Shape

Combine the Corvus’ flex pattern with its slightly longer amount of traditional camber underfoot and its directional tail, and the 183.3 cm Corvus actually feels much longer than the 184.0 cm Atris.

Alex Mueller reviews the Black Crows Corvus and Atris for Blister Gear Review.

Alex Mueller on the Black Crows Atris.

Tip rocker lines of the two skis are nearly identical. But the Atris has more tip splay and has a softer tip and shovel.

The Atris then has a deeper tail rocker line than the Corvus, but the more pronounced difference is that the Atris has far more tail splay — 46 mm vs. the Corvus’ 22 mm.

Mount Point

It’s also important to note that I agree with Jonathan and Brian’s assessment that the shovel of the Atris felt short on the line, so I followed their lead and spent my time on the Atris mounted 1.5 cm behind the recommended mount point. (Mounted at -1.5 cm, Jonathan, Brian, and I all felt like we were in a good place to stand on the ski.)

On-Snow Feel

On snow, the Atris is both forgiving and energetic on everything from hardpack to tracked-up pow, and, in deeper pow it’s softer shovel provided enough lift for the ski

I consider the 105-110 mm waist range the optimal width for an everyday ski, fat enough to handle deeper snow, while still being nimble enough for the bumps that develop after a few weeks of getting skunked by the weather.

Even though I felt like the front of the Atris was pretty short, I never experienced tip dive in deeper snow, and I could keep myself centered on them in all but the worst conditions (more on that later).

NEXT: Tails: Corvus vs. Atris, How Forgiving / How Demanding?, Etc.

19 Comments

  1. Christian May 1, 2017 Reply

    Very interesting comparison! How do the skis work as a playful jib-ski? The softer tips on the Atris make me guess its better for nose-butters, but did you get a chance to test that?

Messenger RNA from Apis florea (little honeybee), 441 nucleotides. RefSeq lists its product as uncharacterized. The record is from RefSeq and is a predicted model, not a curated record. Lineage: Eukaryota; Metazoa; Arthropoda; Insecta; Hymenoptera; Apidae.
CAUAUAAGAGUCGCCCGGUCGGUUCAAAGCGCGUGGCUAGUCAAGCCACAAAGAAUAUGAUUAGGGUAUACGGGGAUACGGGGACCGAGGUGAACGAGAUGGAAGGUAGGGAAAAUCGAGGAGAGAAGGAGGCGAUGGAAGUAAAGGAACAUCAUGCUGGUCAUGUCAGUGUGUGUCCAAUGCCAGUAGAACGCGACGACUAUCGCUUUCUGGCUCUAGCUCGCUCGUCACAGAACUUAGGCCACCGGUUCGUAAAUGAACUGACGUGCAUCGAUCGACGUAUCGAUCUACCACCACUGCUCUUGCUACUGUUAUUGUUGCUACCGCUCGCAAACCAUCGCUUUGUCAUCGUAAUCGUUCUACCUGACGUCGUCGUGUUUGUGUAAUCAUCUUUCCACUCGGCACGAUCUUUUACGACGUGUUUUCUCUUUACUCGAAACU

2. Eric May 1, 2017 Reply

    Thanks for this! Still not the wiser about the 189 atris vs 183 Corvus (stability/playfulness).

    Might just need to test next year. On the 193 Corvus now which is too much for me. The new atris just might hit the spot! I am same weight/hight as you. Speculations?

    Again, thanks for posting this much awaited comparison :)

    • Author
      Alex Mueller June 8, 2017 Reply

      I would venture to guess that the Atris will be more “playful” than the Corvus at any length.

  3. TV May 1, 2017 Reply

    Just a heads up, next years order forms have a 188 Corvus. I reached out to black crows and they confirmed they will be adding a 188 to the mix. Perfect size!

  4. Smooth_operator May 2, 2017 Reply

    What about the Navis, is it a narrower corvus, or also more forgiving?

    • Author
      Alex Mueller June 8, 2017 Reply

      I haven’t had the pleasure of skiing the Navis, but as I understand it, the other models are wider / narrower versions of the Atris, while the Corvus stands on it’s own.

  5. A Different Eric May 5, 2017 Reply